Tourism jobs and tourism-related tax revenue continue to post healthy gains through the first four months of 2016, with hospitality collections in 17 Arkansas cities up more than 5.5% compared to the same period in 2015.
Collection of the state’s 2% tourism tax continues on a record pace with collections up 4.59%, according to The Arkansas Tourism Ticker.
In 2015, the Arkansas Tourism Ticker reported a 7.41% increase in hospitality tax revenue among 17 Arkansas cities reviewed for the report, an 8.31% increase in collections of the state’s 2% tour- ism tax, and a 5.04% increase in Arkansas tourism industry jobs compared to 2014.
The Arkansas Tourism Ticker is managed by Talk Business & Politics, sponsored by the Arkansas Hospitality Association, and is published every two months, or six times a year. The ticker uses the following three measurements to review the health of the state’s tourism industry.
• Hospitality tax collections – prepared food tax and lodging tax – of 17 Arkansas cities (cities listed below along with collections for each city);
• Tourism sector employment numbers as reported by the U.S. Bureau of Labor Statistics; and
• Collections of Arkansas’ 2% statewide tourism tax.
Results for the January-April 2016 ticker report are:
• 5.57% increase
Hospitality tax revenue in January-April 2016 among 17 Arkansas cities reviewed for the Arkansas Tourism Ticker
• 4.59% increase
Collections of Arkansas’ 2% statewide tourism tax during January-April 2016 compared to the same period in 2015.
• 5.55% increase
Increase in Arkansas’ tourism industry jobs in January-April 2016 compared to the same period in 2015
‘PERFECT STORM OF GOOD THINGS’
Joe David Rice, tourism director for the Arkansas Department of Parks and Tourism, said an improved overall state economy is helping the tourism sector build on what was a stellar 2015.
“In many respects, Arkansas tourism is having the perfect storm of good things … with low fuel prices, and our unemployment rate is low and more people have jobs. … People are probably feeling pretty good about themselves and their future. I would also say our marketing is having an effect. We’re making sure we’re sending the right messages to the right people at the right time,” Rice told Talk Business & Politics.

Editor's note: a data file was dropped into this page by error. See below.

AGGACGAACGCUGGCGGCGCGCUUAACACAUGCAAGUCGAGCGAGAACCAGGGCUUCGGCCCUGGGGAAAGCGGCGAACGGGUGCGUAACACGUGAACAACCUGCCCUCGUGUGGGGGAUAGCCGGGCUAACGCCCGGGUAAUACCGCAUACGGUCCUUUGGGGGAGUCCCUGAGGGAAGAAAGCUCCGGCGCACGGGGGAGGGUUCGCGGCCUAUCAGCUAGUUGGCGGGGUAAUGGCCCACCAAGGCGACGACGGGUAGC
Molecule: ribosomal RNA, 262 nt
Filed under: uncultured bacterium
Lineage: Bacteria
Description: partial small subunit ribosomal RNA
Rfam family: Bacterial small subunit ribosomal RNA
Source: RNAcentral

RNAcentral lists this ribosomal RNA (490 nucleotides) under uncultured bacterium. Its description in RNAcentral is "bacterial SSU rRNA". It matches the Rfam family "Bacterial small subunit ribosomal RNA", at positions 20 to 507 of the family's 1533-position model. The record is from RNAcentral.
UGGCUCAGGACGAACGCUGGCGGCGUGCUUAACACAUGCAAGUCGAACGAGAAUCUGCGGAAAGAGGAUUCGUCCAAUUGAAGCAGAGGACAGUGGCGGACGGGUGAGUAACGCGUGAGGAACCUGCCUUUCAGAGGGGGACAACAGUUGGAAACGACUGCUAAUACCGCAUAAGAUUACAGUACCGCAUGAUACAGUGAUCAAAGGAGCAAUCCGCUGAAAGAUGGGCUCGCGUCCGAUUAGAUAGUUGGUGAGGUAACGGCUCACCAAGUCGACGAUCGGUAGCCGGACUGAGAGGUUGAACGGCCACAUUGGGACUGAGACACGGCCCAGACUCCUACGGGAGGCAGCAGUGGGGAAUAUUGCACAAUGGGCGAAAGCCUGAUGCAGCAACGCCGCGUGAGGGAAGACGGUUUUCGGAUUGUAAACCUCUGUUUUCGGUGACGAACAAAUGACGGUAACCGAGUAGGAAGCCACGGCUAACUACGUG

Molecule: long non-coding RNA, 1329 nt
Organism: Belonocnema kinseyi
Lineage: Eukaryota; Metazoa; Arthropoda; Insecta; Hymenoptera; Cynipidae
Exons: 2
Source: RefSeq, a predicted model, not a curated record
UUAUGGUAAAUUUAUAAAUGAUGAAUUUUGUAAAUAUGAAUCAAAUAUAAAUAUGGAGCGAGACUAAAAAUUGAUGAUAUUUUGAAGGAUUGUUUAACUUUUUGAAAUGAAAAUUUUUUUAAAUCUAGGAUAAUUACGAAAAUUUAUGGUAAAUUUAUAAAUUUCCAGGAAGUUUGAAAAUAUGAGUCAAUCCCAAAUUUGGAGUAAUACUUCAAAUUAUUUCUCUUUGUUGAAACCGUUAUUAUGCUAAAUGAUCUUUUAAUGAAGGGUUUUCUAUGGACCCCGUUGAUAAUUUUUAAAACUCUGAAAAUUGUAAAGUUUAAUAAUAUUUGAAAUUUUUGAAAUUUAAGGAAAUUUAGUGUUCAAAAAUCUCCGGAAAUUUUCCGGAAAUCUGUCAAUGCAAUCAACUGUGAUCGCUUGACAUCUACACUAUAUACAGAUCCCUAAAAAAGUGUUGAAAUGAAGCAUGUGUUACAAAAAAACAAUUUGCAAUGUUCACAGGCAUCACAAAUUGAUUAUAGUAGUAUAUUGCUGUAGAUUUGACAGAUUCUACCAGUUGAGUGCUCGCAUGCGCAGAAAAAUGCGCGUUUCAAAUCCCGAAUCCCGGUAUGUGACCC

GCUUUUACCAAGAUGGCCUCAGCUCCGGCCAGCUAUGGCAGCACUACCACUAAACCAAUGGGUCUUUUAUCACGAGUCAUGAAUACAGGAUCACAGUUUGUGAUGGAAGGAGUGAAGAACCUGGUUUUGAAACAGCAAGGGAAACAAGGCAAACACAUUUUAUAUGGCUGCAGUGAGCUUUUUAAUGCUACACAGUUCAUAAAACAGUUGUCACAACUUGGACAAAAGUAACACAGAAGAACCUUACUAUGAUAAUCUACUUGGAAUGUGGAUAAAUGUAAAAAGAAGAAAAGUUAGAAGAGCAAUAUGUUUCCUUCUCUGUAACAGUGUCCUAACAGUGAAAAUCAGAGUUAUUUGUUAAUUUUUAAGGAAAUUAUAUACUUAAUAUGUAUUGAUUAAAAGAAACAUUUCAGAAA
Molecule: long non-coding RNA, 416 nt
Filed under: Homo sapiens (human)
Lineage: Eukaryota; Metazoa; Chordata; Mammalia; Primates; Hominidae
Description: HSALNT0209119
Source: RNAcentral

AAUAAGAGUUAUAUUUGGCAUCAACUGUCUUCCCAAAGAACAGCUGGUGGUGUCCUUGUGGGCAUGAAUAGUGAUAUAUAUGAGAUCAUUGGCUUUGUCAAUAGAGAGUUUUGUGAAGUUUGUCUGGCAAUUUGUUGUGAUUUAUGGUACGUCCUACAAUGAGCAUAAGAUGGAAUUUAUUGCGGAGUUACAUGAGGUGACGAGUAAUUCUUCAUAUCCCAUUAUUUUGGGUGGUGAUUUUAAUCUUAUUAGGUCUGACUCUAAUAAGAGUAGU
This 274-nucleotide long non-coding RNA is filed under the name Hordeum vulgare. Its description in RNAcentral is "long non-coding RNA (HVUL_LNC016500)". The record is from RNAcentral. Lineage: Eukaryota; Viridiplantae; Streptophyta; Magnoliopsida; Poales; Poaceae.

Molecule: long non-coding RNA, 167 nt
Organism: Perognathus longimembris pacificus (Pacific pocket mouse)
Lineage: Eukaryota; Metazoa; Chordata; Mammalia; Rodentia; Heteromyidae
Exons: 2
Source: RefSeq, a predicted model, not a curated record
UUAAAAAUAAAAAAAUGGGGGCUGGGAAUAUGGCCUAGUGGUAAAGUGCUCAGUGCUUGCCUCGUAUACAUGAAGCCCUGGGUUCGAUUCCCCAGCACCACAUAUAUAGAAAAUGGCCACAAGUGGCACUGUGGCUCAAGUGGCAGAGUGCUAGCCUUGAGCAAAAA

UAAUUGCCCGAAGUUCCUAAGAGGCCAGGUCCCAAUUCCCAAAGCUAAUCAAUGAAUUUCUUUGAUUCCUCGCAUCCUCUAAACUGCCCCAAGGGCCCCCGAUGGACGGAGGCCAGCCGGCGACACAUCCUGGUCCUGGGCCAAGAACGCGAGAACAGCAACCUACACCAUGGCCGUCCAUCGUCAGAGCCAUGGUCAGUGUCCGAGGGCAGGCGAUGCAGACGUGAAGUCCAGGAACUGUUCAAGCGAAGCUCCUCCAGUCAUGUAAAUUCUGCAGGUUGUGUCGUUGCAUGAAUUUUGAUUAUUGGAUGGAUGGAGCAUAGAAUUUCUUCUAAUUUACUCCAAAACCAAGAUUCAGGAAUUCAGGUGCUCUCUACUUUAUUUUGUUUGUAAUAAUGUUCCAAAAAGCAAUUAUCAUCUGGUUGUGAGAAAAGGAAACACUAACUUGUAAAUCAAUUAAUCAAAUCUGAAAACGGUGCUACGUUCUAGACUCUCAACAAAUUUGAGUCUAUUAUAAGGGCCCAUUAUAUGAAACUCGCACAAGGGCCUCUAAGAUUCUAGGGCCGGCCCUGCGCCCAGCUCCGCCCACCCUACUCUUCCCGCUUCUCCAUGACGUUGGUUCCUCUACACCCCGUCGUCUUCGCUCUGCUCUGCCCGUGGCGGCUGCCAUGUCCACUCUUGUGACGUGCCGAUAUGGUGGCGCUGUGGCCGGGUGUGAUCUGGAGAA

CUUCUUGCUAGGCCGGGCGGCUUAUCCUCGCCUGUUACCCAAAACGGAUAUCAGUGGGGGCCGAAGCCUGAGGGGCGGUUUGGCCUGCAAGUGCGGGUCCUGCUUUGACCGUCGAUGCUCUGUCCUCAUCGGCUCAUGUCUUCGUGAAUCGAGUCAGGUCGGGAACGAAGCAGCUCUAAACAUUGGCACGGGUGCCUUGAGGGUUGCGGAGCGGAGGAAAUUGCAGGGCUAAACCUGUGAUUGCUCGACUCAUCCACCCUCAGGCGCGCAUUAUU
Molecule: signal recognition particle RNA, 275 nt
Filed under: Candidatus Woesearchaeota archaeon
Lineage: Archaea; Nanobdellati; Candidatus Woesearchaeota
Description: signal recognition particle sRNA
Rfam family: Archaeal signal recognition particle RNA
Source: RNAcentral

Montine McNulty, executive director of the Arkansas Hospitality Association, said the 2016 numbers look even better when considering how well the industry performed in 2015.
“The January-April ticker numbers look great. This is another exciting ticker report on the tourism industry success in Arkansas. The comparable ticker numbers from last year were unbelievably good and these new numbers continue to show significant growth,” McNulty said.
Following are highlights from the January-April 2016 Arkansas Tourism Ticker.
• The combined hospitality tax collections in the 17 cities totaled $14.325 million in January-April 2016, up 5.57% compared to the $13.569 million in the same period in 2015.
• Restaurant (prepared food tax) tax collections among the 17 cities totaled $10.763 million in January-April 2016, up 4.4% compared to the $10.309 million in the first four months of 2015. Hotel tax collections among the 17 cities totaled $3.561 million in January-April 2016, up 9.26% compared to the $3.259 million in the same period of 2015.
• Arkansas’ 2% tourism tax generated $4.443 million in January-April 2016, up 4.59% over the $4.247 million in the same period of 2015. Collections in January, February and April each set new monthly records for the tax.
• Monthly average jobs in January-April was 116,650, up 6.2% compared to the 109,850 during the same period of 2015. Travel and tourism sector employment ranged from 116,000 in January to a high of 117,300 in April. The April level, if not revised, set a new record for the sector.
Link here for the eight-page PDF that includes all data in the January-April 2016 Arkansas Tourism Ticker.